MACHINE TOOLS and MACHINES
Post 297 ⇒ by Gautam Shah →
Machine tools are power driven utilities, and are of two basic types: Hand held or mobile tools and Stationary tools. Hand-held tools are apparently small, and lightweight. Whereas stationary tools often called, Machine tools, are large, fixed to a position. The large size requires stationary positioning. Both types of machine tools are classifiable into home or hobby machine tools and Industrial or Engineering machine tools.
Machines and machine tools both are automated entities, and so have slightly overlapping categorization. A machine is a specific product entity which can be conducting several sequential or concurrent processes. A machine tool is a multi-purpose entity, and used for several processes. It can have attachments of (non-machine) tools, or it may be part of a machine. All machine-tools are a type of machine, but conversely all machines may not be called machine tools. To use a tool or machine tools some form adaptation, recognised as craftsmanship is required. Machines do not need personal creativity or craftsmanship except basic technical knowledge.
Machines and machine tools are powered by human, animal, kinetic, hydraulic and pneumatic power, wind mills, steam and electric power. Machine tools need to be manipulated or the feedstock requires positioning, adjustment, etc. When this input processes are guided or automated, a machine tool becomes a machine. The guidance or automation may be to free the hands, other limbs and sensory nodes. So, in this sense a machine can have several machine tools, each of which has time-space feeds mechanisms. Advance machines have feed-forward and feed back systems to reduce or correct errors.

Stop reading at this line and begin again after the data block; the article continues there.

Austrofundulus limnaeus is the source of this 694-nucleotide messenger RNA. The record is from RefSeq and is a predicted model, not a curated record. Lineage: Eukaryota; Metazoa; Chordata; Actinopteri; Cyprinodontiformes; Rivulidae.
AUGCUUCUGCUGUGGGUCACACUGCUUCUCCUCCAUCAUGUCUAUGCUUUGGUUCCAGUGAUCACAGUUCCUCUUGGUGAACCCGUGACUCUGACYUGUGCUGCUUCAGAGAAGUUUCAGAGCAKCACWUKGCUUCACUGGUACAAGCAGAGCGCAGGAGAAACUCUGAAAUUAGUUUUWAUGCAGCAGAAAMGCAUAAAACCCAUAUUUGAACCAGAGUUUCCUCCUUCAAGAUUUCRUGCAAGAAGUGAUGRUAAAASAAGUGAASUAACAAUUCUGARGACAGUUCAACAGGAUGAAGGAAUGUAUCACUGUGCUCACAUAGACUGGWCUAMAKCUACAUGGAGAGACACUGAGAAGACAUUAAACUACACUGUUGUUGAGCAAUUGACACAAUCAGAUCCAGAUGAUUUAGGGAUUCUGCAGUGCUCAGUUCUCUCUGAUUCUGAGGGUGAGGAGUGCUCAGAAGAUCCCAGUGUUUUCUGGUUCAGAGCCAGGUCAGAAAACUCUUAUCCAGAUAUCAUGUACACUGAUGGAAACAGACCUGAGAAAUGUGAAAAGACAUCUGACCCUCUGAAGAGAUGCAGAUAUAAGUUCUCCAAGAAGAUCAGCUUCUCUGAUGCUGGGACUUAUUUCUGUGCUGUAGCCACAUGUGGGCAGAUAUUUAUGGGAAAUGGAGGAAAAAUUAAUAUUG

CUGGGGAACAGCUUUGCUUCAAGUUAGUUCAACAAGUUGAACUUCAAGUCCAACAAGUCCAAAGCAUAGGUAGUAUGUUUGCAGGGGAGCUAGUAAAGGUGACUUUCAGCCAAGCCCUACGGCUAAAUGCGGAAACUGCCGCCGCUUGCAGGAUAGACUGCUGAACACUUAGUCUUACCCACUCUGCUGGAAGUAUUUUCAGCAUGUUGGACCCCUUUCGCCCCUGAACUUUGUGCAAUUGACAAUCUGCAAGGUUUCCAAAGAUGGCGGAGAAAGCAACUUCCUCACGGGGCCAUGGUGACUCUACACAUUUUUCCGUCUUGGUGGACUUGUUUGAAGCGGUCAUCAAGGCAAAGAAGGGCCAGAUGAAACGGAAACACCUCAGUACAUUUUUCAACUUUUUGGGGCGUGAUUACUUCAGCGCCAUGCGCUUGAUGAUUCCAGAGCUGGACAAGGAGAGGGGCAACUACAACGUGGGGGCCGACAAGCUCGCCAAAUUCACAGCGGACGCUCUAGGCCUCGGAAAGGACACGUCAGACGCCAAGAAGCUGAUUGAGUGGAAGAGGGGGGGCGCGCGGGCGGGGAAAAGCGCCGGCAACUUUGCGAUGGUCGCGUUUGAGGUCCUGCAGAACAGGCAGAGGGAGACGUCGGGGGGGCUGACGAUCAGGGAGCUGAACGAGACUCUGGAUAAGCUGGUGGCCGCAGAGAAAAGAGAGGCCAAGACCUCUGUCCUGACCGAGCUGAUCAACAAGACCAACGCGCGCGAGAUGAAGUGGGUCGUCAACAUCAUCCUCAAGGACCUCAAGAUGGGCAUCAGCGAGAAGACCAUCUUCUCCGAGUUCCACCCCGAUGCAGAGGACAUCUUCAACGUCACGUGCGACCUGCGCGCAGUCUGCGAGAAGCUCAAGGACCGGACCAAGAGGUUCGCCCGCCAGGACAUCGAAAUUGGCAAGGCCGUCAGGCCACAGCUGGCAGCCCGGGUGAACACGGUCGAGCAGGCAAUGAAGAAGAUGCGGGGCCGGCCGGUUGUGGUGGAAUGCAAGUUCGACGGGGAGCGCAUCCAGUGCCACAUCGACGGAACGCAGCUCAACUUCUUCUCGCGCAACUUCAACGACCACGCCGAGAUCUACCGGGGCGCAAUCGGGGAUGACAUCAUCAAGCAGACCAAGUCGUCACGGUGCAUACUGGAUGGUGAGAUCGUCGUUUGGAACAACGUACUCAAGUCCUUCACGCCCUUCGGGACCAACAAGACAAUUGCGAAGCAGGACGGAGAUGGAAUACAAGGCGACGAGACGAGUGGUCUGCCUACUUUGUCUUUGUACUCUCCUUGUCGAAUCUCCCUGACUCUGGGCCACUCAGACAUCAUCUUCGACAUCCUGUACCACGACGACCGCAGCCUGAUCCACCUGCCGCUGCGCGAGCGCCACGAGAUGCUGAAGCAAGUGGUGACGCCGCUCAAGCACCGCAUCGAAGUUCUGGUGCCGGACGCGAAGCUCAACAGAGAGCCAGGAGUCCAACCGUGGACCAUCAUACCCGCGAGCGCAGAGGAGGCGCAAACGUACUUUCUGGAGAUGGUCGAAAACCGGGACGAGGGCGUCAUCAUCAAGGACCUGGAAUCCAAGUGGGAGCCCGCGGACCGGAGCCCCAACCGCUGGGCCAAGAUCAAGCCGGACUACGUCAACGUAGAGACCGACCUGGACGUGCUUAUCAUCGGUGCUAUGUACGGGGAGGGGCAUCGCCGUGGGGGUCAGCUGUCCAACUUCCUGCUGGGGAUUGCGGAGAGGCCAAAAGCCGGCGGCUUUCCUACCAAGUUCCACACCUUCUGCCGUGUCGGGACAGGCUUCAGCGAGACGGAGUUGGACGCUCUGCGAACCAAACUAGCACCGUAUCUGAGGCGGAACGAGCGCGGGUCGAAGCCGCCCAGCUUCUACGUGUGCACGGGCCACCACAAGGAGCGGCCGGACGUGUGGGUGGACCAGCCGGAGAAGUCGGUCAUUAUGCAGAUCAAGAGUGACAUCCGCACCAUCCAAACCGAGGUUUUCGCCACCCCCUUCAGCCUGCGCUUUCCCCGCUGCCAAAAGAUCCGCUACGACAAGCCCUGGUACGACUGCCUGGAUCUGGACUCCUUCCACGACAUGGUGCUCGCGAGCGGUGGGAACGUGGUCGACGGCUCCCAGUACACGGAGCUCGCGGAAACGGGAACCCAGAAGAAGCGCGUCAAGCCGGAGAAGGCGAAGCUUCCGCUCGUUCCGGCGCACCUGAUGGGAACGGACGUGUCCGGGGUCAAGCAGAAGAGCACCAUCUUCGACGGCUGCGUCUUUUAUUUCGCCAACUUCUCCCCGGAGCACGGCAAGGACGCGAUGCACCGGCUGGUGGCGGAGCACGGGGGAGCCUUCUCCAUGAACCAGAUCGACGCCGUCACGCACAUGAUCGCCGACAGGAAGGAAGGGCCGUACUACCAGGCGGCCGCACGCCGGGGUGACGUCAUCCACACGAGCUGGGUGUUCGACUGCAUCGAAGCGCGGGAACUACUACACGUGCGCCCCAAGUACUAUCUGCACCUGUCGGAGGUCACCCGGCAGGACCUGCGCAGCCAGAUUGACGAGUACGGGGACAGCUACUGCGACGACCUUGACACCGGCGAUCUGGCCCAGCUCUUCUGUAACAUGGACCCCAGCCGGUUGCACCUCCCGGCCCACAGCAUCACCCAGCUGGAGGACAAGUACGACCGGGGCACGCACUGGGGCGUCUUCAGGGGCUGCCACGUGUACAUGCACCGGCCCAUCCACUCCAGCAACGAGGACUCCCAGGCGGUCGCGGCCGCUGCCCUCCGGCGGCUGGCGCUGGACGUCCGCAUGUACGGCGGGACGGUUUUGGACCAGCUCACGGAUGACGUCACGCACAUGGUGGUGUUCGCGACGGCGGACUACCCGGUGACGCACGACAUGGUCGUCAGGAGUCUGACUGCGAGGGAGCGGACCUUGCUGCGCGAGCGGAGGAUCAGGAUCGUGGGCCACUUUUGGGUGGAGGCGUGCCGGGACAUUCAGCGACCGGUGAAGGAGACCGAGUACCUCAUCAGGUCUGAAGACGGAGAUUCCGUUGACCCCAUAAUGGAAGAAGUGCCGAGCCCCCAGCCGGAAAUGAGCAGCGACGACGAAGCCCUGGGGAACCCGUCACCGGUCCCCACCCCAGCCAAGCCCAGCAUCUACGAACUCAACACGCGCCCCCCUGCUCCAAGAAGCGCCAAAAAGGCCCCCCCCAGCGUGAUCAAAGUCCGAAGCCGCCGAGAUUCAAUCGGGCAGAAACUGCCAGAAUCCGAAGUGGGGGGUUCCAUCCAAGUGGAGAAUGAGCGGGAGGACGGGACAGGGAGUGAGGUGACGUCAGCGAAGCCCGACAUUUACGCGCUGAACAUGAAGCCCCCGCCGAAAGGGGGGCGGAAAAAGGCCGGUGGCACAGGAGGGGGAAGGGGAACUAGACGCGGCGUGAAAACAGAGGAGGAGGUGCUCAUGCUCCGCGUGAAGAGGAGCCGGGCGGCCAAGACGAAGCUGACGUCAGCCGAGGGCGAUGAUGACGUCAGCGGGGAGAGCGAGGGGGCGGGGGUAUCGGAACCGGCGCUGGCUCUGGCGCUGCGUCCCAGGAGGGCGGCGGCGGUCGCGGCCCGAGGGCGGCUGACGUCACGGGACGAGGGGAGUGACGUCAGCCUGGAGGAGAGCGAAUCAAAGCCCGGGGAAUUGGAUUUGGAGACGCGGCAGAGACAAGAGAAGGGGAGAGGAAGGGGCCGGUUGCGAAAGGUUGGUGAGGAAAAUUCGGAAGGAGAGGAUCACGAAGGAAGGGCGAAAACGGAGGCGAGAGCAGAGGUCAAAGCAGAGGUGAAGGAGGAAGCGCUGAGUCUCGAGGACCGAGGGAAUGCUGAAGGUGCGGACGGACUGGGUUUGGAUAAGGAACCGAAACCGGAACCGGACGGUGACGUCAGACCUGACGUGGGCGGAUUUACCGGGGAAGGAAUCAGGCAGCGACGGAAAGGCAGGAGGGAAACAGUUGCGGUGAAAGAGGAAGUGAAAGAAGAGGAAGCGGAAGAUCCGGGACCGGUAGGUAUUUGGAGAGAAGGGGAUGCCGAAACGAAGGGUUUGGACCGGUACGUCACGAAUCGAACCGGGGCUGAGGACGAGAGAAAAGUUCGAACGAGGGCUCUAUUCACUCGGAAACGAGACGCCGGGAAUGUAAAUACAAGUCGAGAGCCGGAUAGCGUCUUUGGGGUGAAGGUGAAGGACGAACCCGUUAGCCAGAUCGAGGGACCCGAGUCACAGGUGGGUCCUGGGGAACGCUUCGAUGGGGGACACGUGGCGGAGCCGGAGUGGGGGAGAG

A machine-tool can take up various types of tools. Such as a drill can take different types of bits or a potter uses different shapes of spatulas to shape and finish the turned-clay item. A CNC machine, has predefined set of feed-guide processes controlled by the computer input. A machine tool that is handy will have to be very quite and vibration free. Very fine work tools like a dentist or orthopaedic surgical drills are operated through pneumatic or compressed air, rather then electric motors. The pneumatic technology offers vibration free and noiseless movement at very high speeds. Similarly Air-jet looms working on suction reduce the nominal noise associated with yarn bobbin shuttles.
Machines were stationary entities due to the robust size, stability and power needs. This created batch production system, creating lots of cross traffic within the plant. Batch production with fixed machines required power locally. This was difficult proposition when steam or a large electric motor generated power was transferred through shafts and belts to the machine. Batch based products tended to be holistic in nature. The need for faster production forced rethinking of product design into component-based entities. Components were produced by machine tools or machines and brought to the assembly line. The assembly line was operated through handy machine tools.
Assembly lines had many grey areas. A slowdown or stoppage affected the entire production systems. Processes, tasks, etc., were carefully apportioned in terms duration, speed and space. All these studies provided opportunities for automation of assembly processes. The automation allowed multiple operation at a station which drastically reduced the length of assembly lines. The automation is now seen in use of robots handling several processes at a station. A human assembler cannot go into narrow spaces, take difficult body postures and require rest or diversion, but a robot is beyond these difficulties. A robot is a machine with several machine tools.